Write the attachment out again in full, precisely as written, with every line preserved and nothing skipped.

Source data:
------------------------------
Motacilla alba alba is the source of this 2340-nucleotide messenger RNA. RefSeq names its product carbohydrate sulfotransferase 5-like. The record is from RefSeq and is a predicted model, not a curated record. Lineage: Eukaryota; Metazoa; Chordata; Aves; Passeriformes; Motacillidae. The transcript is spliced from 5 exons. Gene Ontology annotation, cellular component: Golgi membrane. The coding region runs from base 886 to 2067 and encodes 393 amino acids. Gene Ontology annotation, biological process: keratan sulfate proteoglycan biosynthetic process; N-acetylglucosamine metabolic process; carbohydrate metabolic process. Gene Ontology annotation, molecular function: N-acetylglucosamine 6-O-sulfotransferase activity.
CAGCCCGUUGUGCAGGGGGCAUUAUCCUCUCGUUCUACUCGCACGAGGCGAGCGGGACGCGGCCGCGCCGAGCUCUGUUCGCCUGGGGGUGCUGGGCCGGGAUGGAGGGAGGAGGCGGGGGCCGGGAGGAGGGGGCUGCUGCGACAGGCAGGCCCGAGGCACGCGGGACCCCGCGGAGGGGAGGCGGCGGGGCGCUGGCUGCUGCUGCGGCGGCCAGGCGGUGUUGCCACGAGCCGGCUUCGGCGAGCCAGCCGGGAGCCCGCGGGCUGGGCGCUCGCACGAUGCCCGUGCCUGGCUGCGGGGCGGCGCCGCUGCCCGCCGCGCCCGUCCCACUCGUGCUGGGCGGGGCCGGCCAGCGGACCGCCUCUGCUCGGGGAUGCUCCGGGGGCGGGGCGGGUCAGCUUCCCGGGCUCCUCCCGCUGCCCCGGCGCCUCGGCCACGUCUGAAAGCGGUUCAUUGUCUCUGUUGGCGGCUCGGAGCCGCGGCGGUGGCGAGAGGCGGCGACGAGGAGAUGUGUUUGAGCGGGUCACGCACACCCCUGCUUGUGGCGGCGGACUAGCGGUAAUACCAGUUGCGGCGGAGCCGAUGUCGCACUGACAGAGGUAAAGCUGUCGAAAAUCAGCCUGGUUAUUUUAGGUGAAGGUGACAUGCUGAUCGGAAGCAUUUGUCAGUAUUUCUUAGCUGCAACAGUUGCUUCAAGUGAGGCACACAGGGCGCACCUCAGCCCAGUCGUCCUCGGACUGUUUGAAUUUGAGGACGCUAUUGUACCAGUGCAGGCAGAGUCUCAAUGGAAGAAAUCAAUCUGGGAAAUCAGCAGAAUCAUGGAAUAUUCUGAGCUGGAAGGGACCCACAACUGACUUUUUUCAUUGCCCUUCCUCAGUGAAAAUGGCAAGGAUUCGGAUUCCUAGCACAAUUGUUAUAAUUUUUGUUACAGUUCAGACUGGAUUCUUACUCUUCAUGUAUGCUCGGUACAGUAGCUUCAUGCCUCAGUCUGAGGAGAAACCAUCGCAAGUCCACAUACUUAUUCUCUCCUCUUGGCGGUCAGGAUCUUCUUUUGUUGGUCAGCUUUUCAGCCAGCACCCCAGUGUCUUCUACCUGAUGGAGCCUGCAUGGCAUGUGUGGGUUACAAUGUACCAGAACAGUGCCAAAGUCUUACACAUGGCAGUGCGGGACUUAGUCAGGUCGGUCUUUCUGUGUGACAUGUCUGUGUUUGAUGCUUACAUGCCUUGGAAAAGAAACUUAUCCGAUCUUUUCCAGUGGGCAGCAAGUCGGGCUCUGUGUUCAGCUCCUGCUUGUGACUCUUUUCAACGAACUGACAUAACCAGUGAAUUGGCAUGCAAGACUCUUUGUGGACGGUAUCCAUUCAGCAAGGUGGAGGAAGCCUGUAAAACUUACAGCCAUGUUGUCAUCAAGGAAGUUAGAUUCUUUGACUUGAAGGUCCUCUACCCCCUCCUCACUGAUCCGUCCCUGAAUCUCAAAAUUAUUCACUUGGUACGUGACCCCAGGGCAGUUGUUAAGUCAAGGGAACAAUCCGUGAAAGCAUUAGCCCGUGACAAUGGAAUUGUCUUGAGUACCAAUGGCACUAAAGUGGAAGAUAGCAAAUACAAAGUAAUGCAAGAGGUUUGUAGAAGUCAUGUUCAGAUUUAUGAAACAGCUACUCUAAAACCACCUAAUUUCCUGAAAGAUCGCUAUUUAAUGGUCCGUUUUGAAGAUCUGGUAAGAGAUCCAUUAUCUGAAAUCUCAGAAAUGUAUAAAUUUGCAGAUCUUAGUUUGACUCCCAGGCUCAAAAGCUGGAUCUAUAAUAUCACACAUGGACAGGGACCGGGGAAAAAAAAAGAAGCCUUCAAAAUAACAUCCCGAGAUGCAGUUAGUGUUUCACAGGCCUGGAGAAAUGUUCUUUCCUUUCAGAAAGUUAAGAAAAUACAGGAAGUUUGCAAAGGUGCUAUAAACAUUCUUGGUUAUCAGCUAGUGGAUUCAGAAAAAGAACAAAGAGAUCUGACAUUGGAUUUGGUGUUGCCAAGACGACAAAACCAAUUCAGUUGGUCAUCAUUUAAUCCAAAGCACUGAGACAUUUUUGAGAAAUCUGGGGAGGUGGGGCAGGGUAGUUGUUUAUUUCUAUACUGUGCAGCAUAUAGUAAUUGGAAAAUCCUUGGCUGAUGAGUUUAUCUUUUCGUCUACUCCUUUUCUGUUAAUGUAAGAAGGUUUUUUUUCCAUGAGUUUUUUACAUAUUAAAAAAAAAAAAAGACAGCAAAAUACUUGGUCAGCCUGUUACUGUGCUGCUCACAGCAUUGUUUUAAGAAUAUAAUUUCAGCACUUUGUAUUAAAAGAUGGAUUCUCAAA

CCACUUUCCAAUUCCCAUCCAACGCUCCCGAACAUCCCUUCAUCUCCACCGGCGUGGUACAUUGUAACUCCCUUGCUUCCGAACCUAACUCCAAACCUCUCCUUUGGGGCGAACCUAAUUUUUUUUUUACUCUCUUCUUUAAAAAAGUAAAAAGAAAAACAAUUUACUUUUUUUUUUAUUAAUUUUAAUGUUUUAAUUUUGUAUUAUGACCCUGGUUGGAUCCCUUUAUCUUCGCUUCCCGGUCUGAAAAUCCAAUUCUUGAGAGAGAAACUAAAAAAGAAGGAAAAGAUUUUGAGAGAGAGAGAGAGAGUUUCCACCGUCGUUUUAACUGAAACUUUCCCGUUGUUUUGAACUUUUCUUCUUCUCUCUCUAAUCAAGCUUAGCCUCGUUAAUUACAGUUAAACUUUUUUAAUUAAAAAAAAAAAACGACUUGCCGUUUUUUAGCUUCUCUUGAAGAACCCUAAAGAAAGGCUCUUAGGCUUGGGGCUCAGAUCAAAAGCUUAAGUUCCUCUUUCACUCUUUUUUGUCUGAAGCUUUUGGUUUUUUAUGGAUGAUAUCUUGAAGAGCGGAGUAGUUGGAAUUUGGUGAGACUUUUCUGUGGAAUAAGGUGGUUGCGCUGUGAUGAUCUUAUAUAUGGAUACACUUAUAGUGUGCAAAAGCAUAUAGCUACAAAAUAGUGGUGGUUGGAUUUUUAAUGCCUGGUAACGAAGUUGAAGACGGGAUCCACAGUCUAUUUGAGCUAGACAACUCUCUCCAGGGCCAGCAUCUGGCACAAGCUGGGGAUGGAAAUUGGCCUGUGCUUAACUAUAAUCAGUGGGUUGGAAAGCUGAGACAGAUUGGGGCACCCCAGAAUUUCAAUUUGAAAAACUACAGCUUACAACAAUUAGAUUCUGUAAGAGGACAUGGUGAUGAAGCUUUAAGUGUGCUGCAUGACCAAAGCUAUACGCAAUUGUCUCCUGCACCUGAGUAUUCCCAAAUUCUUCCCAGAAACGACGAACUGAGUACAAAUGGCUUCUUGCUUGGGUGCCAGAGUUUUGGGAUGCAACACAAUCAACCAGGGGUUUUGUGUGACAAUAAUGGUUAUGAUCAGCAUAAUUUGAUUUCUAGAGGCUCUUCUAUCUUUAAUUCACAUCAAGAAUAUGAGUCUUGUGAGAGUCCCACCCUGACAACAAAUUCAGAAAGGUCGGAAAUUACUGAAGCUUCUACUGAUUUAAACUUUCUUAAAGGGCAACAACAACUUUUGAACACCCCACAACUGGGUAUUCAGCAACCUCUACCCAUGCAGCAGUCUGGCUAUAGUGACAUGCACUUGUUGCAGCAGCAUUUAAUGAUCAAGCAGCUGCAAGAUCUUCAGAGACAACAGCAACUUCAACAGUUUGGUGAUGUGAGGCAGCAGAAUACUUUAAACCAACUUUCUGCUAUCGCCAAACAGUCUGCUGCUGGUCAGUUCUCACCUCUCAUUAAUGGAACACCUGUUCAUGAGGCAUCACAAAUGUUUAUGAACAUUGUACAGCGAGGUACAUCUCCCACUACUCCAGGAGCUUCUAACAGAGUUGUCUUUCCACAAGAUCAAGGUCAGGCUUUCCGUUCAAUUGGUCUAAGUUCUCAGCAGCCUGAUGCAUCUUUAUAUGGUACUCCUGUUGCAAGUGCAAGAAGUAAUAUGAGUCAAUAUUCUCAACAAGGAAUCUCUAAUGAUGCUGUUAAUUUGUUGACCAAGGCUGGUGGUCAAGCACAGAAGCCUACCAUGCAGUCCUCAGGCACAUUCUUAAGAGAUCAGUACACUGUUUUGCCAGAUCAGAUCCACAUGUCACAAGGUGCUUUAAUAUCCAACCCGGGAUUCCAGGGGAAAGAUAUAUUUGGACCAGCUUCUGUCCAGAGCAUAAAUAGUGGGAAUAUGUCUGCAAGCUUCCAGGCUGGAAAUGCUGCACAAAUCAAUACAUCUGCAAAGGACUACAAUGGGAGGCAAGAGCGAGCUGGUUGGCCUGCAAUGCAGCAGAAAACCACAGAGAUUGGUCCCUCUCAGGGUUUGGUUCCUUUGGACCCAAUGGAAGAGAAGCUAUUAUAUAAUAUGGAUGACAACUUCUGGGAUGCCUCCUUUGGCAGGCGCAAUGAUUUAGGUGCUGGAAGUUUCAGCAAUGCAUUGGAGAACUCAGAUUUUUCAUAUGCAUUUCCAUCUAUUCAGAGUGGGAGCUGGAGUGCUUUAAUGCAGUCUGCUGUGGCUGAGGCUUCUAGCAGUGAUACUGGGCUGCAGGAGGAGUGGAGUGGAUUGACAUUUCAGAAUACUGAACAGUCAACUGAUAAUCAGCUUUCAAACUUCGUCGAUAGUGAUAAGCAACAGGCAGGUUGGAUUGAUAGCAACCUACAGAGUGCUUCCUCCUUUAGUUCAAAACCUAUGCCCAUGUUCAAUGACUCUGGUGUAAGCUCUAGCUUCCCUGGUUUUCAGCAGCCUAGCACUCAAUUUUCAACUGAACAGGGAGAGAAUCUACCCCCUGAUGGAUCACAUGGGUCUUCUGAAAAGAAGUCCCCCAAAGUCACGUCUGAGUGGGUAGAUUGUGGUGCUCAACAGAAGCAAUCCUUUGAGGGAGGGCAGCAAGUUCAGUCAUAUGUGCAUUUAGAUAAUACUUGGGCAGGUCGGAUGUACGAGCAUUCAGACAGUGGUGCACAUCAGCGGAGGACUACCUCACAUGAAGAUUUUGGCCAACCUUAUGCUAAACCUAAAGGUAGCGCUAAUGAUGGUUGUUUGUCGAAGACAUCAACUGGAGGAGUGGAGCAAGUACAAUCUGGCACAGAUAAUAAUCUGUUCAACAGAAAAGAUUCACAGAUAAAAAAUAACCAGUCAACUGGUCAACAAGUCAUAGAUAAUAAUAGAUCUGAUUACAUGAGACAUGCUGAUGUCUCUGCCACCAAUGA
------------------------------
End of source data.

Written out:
Motacilla alba alba is the source of this 2340-nucleotide messenger RNA. RefSeq names its product carbohydrate sulfotransferase 5-like. The record is from RefSeq and is a predicted model, not a curated record. Lineage: Eukaryota; Metazoa; Chordata; Aves; Passeriformes; Motacillidae. The transcript is spliced from 5 exons. Gene Ontology annotation, cellular component: Golgi membrane. The coding region runs from base 886 to 2067 and encodes 393 amino acids. Gene Ontology annotation, biological process: keratan sulfate proteoglycan biosynthetic process; N-acetylglucosamine metabolic process; carbohydrate metabolic process. Gene Ontology annotation, molecular function: N-acetylglucosamine 6-O-sulfotransferase activity.
CAGCCCGUUGUGCAGGGGGCAUUAUCCUCUCGUUCUACUCGCACGAGGCGAGCGGGACGCGGCCGCGCCGAGCUCUGUUCGCCUGGGGGUGCUGGGCCGGGAUGGAGGGAGGAGGCGGGGGCCGGGAGGAGGGGGCUGCUGCGACAGGCAGGCCCGAGGCACGCGGGACCCCGCGGAGGGGAGGCGGCGGGGCGCUGGCUGCUGCUGCGGCGGCCAGGCGGUGUUGCCACGAGCCGGCUUCGGCGAGCCAGCCGGGAGCCCGCGGGCUGGGCGCUCGCACGAUGCCCGUGCCUGGCUGCGGGGCGGCGCCGCUGCCCGCCGCGCCCGUCCCACUCGUGCUGGGCGGGGCCGGCCAGCGGACCGCCUCUGCUCGGGGAUGCUCCGGGGGCGGGGCGGGUCAGCUUCCCGGGCUCCUCCCGCUGCCCCGGCGCCUCGGCCACGUCUGAAAGCGGUUCAUUGUCUCUGUUGGCGGCUCGGAGCCGCGGCGGUGGCGAGAGGCGGCGACGAGGAGAUGUGUUUGAGCGGGUCACGCACACCCCUGCUUGUGGCGGCGGACUAGCGGUAAUACCAGUUGCGGCGGAGCCGAUGUCGCACUGACAGAGGUAAAGCUGUCGAAAAUCAGCCUGGUUAUUUUAGGUGAAGGUGACAUGCUGAUCGGAAGCAUUUGUCAGUAUUUCUUAGCUGCAACAGUUGCUUCAAGUGAGGCACACAGGGCGCACCUCAGCCCAGUCGUCCUCGGACUGUUUGAAUUUGAGGACGCUAUUGUACCAGUGCAGGCAGAGUCUCAAUGGAAGAAAUCAAUCUGGGAAAUCAGCAGAAUCAUGGAAUAUUCUGAGCUGGAAGGGACCCACAACUGACUUUUUUCAUUGCCCUUCCUCAGUGAAAAUGGCAAGGAUUCGGAUUCCUAGCACAAUUGUUAUAAUUUUUGUUACAGUUCAGACUGGAUUCUUACUCUUCAUGUAUGCUCGGUACAGUAGCUUCAUGCCUCAGUCUGAGGAGAAACCAUCGCAAGUCCACAUACUUAUUCUCUCCUCUUGGCGGUCAGGAUCUUCUUUUGUUGGUCAGCUUUUCAGCCAGCACCCCAGUGUCUUCUACCUGAUGGAGCCUGCAUGGCAUGUGUGGGUUACAAUGUACCAGAACAGUGCCAAAGUCUUACACAUGGCAGUGCGGGACUUAGUCAGGUCGGUCUUUCUGUGUGACAUGUCUGUGUUUGAUGCUUACAUGCCUUGGAAAAGAAACUUAUCCGAUCUUUUCCAGUGGGCAGCAAGUCGGGCUCUGUGUUCAGCUCCUGCUUGUGACUCUUUUCAACGAACUGACAUAACCAGUGAAUUGGCAUGCAAGACUCUUUGUGGACGGUAUCCAUUCAGCAAGGUGGAGGAAGCCUGUAAAACUUACAGCCAUGUUGUCAUCAAGGAAGUUAGAUUCUUUGACUUGAAGGUCCUCUACCCCCUCCUCACUGAUCCGUCCCUGAAUCUCAAAAUUAUUCACUUGGUACGUGACCCCAGGGCAGUUGUUAAGUCAAGGGAACAAUCCGUGAAAGCAUUAGCCCGUGACAAUGGAAUUGUCUUGAGUACCAAUGGCACUAAAGUGGAAGAUAGCAAAUACAAAGUAAUGCAAGAGGUUUGUAGAAGUCAUGUUCAGAUUUAUGAAACAGCUACUCUAAAACCACCUAAUUUCCUGAAAGAUCGCUAUUUAAUGGUCCGUUUUGAAGAUCUGGUAAGAGAUCCAUUAUCUGAAAUCUCAGAAAUGUAUAAAUUUGCAGAUCUUAGUUUGACUCCCAGGCUCAAAAGCUGGAUCUAUAAUAUCACACAUGGACAGGGACCGGGGAAAAAAAAAGAAGCCUUCAAAAUAACAUCCCGAGAUGCAGUUAGUGUUUCACAGGCCUGGAGAAAUGUUCUUUCCUUUCAGAAAGUUAAGAAAAUACAGGAAGUUUGCAAAGGUGCUAUAAACAUUCUUGGUUAUCAGCUAGUGGAUUCAGAAAAAGAACAAAGAGAUCUGACAUUGGAUUUGGUGUUGCCAAGACGACAAAACCAAUUCAGUUGGUCAUCAUUUAAUCCAAAGCACUGAGACAUUUUUGAGAAAUCUGGGGAGGUGGGGCAGGGUAGUUGUUUAUUUCUAUACUGUGCAGCAUAUAGUAAUUGGAAAAUCCUUGGCUGAUGAGUUUAUCUUUUCGUCUACUCCUUUUCUGUUAAUGUAAGAAGGUUUUUUUUCCAUGAGUUUUUUACAUAUUAAAAAAAAAAAAAGACAGCAAAAUACUUGGUCAGCCUGUUACUGUGCUGCUCACAGCAUUGUUUUAAGAAUAUAAUUUCAGCACUUUGUAUUAAAAGAUGGAUUCUCAAA

CCACUUUCCAAUUCCCAUCCAACGCUCCCGAACAUCCCUUCAUCUCCACCGGCGUGGUACAUUGUAACUCCCUUGCUUCCGAACCUAACUCCAAACCUCUCCUUUGGGGCGAACCUAAUUUUUUUUUUACUCUCUUCUUUAAAAAAGUAAAAAGAAAAACAAUUUACUUUUUUUUUUAUUAAUUUUAAUGUUUUAAUUUUGUAUUAUGACCCUGGUUGGAUCCCUUUAUCUUCGCUUCCCGGUCUGAAAAUCCAAUUCUUGAGAGAGAAACUAAAAAAGAAGGAAAAGAUUUUGAGAGAGAGAGAGAGAGUUUCCACCGUCGUUUUAACUGAAACUUUCCCGUUGUUUUGAACUUUUCUUCUUCUCUCUCUAAUCAAGCUUAGCCUCGUUAAUUACAGUUAAACUUUUUUAAUUAAAAAAAAAAAACGACUUGCCGUUUUUUAGCUUCUCUUGAAGAACCCUAAAGAAAGGCUCUUAGGCUUGGGGCUCAGAUCAAAAGCUUAAGUUCCUCUUUCACUCUUUUUUGUCUGAAGCUUUUGGUUUUUUAUGGAUGAUAUCUUGAAGAGCGGAGUAGUUGGAAUUUGGUGAGACUUUUCUGUGGAAUAAGGUGGUUGCGCUGUGAUGAUCUUAUAUAUGGAUACACUUAUAGUGUGCAAAAGCAUAUAGCUACAAAAUAGUGGUGGUUGGAUUUUUAAUGCCUGGUAACGAAGUUGAAGACGGGAUCCACAGUCUAUUUGAGCUAGACAACUCUCUCCAGGGCCAGCAUCUGGCACAAGCUGGGGAUGGAAAUUGGCCUGUGCUUAACUAUAAUCAGUGGGUUGGAAAGCUGAGACAGAUUGGGGCACCCCAGAAUUUCAAUUUGAAAAACUACAGCUUACAACAAUUAGAUUCUGUAAGAGGACAUGGUGAUGAAGCUUUAAGUGUGCUGCAUGACCAAAGCUAUACGCAAUUGUCUCCUGCACCUGAGUAUUCCCAAAUUCUUCCCAGAAACGACGAACUGAGUACAAAUGGCUUCUUGCUUGGGUGCCAGAGUUUUGGGAUGCAACACAAUCAACCAGGGGUUUUGUGUGACAAUAAUGGUUAUGAUCAGCAUAAUUUGAUUUCUAGAGGCUCUUCUAUCUUUAAUUCACAUCAAGAAUAUGAGUCUUGUGAGAGUCCCACCCUGACAACAAAUUCAGAAAGGUCGGAAAUUACUGAAGCUUCUACUGAUUUAAACUUUCUUAAAGGGCAACAACAACUUUUGAACACCCCACAACUGGGUAUUCAGCAACCUCUACCCAUGCAGCAGUCUGGCUAUAGUGACAUGCACUUGUUGCAGCAGCAUUUAAUGAUCAAGCAGCUGCAAGAUCUUCAGAGACAACAGCAACUUCAACAGUUUGGUGAUGUGAGGCAGCAGAAUACUUUAAACCAACUUUCUGCUAUCGCCAAACAGUCUGCUGCUGGUCAGUUCUCACCUCUCAUUAAUGGAACACCUGUUCAUGAGGCAUCACAAAUGUUUAUGAACAUUGUACAGCGAGGUACAUCUCCCACUACUCCAGGAGCUUCUAACAGAGUUGUCUUUCCACAAGAUCAAGGUCAGGCUUUCCGUUCAAUUGGUCUAAGUUCUCAGCAGCCUGAUGCAUCUUUAUAUGGUACUCCUGUUGCAAGUGCAAGAAGUAAUAUGAGUCAAUAUUCUCAACAAGGAAUCUCUAAUGAUGCUGUUAAUUUGUUGACCAAGGCUGGUGGUCAAGCACAGAAGCCUACCAUGCAGUCCUCAGGCACAUUCUUAAGAGAUCAGUACACUGUUUUGCCAGAUCAGAUCCACAUGUCACAAGGUGCUUUAAUAUCCAACCCGGGAUUCCAGGGGAAAGAUAUAUUUGGACCAGCUUCUGUCCAGAGCAUAAAUAGUGGGAAUAUGUCUGCAAGCUUCCAGGCUGGAAAUGCUGCACAAAUCAAUACAUCUGCAAAGGACUACAAUGGGAGGCAAGAGCGAGCUGGUUGGCCUGCAAUGCAGCAGAAAACCACAGAGAUUGGUCCCUCUCAGGGUUUGGUUCCUUUGGACCCAAUGGAAGAGAAGCUAUUAUAUAAUAUGGAUGACAACUUCUGGGAUGCCUCCUUUGGCAGGCGCAAUGAUUUAGGUGCUGGAAGUUUCAGCAAUGCAUUGGAGAACUCAGAUUUUUCAUAUGCAUUUCCAUCUAUUCAGAGUGGGAGCUGGAGUGCUUUAAUGCAGUCUGCUGUGGCUGAGGCUUCUAGCAGUGAUACUGGGCUGCAGGAGGAGUGGAGUGGAUUGACAUUUCAGAAUACUGAACAGUCAACUGAUAAUCAGCUUUCAAACUUCGUCGAUAGUGAUAAGCAACAGGCAGGUUGGAUUGAUAGCAACCUACAGAGUGCUUCCUCCUUUAGUUCAAAACCUAUGCCCAUGUUCAAUGACUCUGGUGUAAGCUCUAGCUUCCCUGGUUUUCAGCAGCCUAGCACUCAAUUUUCAACUGAACAGGGAGAGAAUCUACCCCCUGAUGGAUCACAUGGGUCUUCUGAAAAGAAGUCCCCCAAAGUCACGUCUGAGUGGGUAGAUUGUGGUGCUCAACAGAAGCAAUCCUUUGAGGGAGGGCAGCAAGUUCAGUCAUAUGUGCAUUUAGAUAAUACUUGGGCAGGUCGGAUGUACGAGCAUUCAGACAGUGGUGCACAUCAGCGGAGGACUACCUCACAUGAAGAUUUUGGCCAACCUUAUGCUAAACCUAAAGGUAGCGCUAAUGAUGGUUGUUUGUCGAAGACAUCAACUGGAGGAGUGGAGCAAGUACAAUCUGGCACAGAUAAUAAUCUGUUCAACAGAAAAGAUUCACAGAUAAAAAAUAACCAGUCAACUGGUCAACAAGUCAUAGAUAAUAAUAGAUCUGAUUACAUGAGACAUGCUGAUGUCUCUGCCACCAAUGA